21 Brownton seniors met on Monday
20 Years Ago
Aug. 5, 1992 Lori Copler, Editor Sarah Tongen of Brownton is being visited for a month by her pen pal, Aude Stemple, of France. Tongen had paid a dollar to get the name of a foreign pen pal during an English class last year, and found that she and Stemple have many things in common; most notably, a love for horses. A crew began dismantling the metal building addition to the Brownton American Legion, which has been bought by Lester Schuft and which will be moved to Cologne. The Legion will now have quarters in the new Brownton Community Center.
Twenty-two Brownton senior citizens met Monday at the community center. Cards were played after the meeting with the following winners: 500, Gladys Rickert, first, and Carol Brelje, second; pinochle, Harriet Bergs, first, and Ruby Streich, second; and sheephead, Elmer Maass, first, and Lil Lindeman, second. Ordell Klucas won the door prize. Harriet Bergs served refreshments. The next meeting is Monday, Aug. 13, at 1 p.m.
75 Years Ago
Aug. 12, 1937 Percy L. Hakes, Editor Neve Emeline Phillips, second oldest daughter of Mr. and Mrs. C.C. Phillips, was killed instsntly last Wednesday evening at about midnight when she was hit by a passing car as she was walking on pavement three miles southeast of Hector. The driver of hte car which hit her was Louis Fahse, who resides on a farm southeast of Stewart. He was accompanied by Charles Cayott, also of Stewart. At the time of her death, she had attained the age of 21 years. Funeral services were held at the Phillips home Saturday afternoon. Burial was in the village ceme-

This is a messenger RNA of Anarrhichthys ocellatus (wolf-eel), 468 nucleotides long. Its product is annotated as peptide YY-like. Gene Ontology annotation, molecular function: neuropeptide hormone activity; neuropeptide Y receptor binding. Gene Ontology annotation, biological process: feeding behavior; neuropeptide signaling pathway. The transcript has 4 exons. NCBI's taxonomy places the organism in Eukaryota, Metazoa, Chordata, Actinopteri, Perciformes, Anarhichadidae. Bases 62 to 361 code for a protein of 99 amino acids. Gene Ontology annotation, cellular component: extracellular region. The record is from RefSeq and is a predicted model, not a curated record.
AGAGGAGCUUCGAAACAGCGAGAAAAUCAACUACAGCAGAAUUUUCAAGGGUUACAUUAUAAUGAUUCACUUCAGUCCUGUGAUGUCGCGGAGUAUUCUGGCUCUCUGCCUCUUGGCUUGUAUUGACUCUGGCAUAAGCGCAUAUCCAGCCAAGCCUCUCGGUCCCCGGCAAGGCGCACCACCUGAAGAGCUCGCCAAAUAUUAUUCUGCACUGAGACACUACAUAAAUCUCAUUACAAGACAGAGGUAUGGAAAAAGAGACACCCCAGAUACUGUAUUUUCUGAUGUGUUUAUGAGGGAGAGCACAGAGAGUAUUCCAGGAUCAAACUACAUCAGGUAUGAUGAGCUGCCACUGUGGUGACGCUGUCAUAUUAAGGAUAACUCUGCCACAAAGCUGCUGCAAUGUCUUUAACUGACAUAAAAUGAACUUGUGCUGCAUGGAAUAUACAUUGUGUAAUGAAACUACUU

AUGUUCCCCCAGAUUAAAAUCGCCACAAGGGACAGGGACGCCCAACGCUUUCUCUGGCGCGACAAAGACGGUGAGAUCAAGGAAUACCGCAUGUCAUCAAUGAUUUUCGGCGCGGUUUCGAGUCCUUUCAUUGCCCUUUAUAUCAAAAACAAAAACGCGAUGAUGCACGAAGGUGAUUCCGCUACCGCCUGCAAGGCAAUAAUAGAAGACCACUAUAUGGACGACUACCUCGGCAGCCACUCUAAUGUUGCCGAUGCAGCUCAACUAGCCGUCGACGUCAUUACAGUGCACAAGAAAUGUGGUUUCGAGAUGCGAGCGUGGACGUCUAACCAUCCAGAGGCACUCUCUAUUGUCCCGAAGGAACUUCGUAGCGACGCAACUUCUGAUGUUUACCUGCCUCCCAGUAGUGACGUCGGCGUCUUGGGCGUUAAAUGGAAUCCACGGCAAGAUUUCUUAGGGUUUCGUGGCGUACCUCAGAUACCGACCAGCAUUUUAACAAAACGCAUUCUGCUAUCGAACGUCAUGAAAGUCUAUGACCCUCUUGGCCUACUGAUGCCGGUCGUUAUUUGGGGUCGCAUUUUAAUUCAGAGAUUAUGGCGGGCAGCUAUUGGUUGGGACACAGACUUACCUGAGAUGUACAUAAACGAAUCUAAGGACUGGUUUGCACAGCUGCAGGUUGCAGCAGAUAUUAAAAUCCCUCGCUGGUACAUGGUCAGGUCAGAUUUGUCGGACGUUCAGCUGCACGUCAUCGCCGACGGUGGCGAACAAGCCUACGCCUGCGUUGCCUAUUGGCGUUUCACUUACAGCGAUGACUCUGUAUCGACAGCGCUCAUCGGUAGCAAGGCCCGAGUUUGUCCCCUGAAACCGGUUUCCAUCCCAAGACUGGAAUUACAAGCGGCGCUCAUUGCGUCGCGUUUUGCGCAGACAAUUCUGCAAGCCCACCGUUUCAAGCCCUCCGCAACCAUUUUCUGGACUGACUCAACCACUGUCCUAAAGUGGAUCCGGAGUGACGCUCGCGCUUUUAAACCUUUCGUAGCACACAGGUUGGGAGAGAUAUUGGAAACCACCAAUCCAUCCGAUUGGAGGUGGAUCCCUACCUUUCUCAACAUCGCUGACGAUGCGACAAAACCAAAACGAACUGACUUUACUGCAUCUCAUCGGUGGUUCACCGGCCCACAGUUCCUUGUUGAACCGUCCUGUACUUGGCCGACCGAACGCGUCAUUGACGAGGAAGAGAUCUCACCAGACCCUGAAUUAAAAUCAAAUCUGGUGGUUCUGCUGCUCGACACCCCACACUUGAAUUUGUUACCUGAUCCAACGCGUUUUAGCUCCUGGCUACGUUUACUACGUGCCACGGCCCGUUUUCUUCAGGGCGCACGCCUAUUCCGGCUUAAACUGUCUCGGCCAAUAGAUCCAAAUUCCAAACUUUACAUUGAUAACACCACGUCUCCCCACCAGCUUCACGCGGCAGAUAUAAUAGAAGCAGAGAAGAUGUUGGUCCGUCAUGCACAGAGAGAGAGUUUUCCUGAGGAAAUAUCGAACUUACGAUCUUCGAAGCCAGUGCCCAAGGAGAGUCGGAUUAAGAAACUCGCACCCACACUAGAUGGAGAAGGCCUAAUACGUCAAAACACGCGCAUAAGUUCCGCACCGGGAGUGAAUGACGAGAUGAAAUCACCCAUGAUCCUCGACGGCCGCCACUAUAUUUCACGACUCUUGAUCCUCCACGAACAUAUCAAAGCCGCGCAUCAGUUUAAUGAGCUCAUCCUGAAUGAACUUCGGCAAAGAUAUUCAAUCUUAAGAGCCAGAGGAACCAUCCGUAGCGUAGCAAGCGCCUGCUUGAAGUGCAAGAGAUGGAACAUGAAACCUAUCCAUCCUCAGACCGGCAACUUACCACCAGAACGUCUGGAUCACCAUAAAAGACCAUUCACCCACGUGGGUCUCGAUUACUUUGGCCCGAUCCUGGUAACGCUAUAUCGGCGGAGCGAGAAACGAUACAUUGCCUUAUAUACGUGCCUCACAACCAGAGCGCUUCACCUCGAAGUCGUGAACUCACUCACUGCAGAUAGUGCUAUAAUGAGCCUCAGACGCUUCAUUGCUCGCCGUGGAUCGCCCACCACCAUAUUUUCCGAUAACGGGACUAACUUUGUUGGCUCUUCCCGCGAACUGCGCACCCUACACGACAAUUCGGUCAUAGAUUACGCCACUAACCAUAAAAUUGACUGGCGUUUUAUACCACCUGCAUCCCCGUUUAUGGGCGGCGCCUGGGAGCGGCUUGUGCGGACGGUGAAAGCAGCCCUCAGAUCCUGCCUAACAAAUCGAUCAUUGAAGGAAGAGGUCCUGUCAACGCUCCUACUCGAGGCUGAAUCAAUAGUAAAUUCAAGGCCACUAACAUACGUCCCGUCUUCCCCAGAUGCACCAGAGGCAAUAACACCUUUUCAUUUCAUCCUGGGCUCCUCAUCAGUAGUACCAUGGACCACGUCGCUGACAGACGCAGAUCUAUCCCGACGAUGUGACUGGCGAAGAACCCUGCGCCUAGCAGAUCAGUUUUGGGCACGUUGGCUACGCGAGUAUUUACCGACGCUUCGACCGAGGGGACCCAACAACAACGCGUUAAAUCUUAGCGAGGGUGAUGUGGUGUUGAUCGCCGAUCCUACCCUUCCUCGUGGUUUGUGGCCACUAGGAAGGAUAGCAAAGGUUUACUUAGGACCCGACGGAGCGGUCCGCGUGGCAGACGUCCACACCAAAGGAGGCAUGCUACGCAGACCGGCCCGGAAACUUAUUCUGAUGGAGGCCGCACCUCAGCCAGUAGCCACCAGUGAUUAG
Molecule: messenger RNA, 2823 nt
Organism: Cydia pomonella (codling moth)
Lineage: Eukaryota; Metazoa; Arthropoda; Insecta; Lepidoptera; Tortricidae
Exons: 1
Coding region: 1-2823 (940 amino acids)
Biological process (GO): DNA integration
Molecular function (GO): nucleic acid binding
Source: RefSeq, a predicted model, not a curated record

10 Years Ago
Aug. 7, 2002 Lori Copler, Editor Jayme Rosenau, who grew up in Stewart and graduated from Stewart High School, has been hired as the operations manager for the Trailblazer Transit public transportation system. A line of strong thunderstorms swept through the area Saturday afternoon and evening, bringing strong winds and hail. The storms toppled a flagpole at a residence just west of Brownton and damaged the arm of the railroad crossing signal on Highway 15 near Brownton.
Thrivent seeks board members
The McLeod County chapter of Thrivent Financial for Lutherans is seeking board members for 2013. These volunteer positions require minimal time commitment – anywhere from six to 15 hours per month depending on the role. Each position serves for one year. Meetings are held the second Monday evening of each month at rotating locations throughout McLeod County. “Thrivent members interested in making a difference in the community should contact 320-238-2148, (cindye@hutchtel.net) or 320-587-5837 (jmh1@hutchtel.net),” said Cindy Eggersgluess, a member of the board.
We give thanks and praise to our Lord for our Dad, who with our Mother, and so many of you who joined with them as part of the village that raised us. The city of Brownton, members of the Legion, Senior Citizen’s, Immanuel Lutheran, Firemen, C&C, Rod & Gun, neighbors, friends, co-workers and many others, all made us proud of our Dad for all the lives he touched in his own quiet way. It was a tremendous tribute you paid and we thank you all from the bottom of our hearts. We also want to thank Harmony River, Hutch Hospital ER staff, Allina Ambulance, and Hantge Funeral services for your professional care and support. THE FAMILY OF LESTER ALSLEBEN *32Cl
THANK YOU
50 Years Ago
Aug. 9, 1962 Charles H. Warner, Editor Mr. and Mrs. Richard LaPlante (Gloria Lindeman) of Brownton announce the birth of a daughter, Cheryl Lynne, Friday, Aug. 3, at the Glencoe hospital. Richard Peik of Brownton will preach the sermon at the Zion Methodist Church in Stewart Sunday. He is in his senior year at Hamline University and plans to enter a seminary after graduation and, eventually, become a Methodist minister.
From the Stewart Tribune archives
100 Years Ago
Aug. 9, 1912 A.F. Avery, Editor Mr. and Mrs. L.C. Boehlke are now comfortably domiciled in rooms at the Rudy Mittlestadt residence.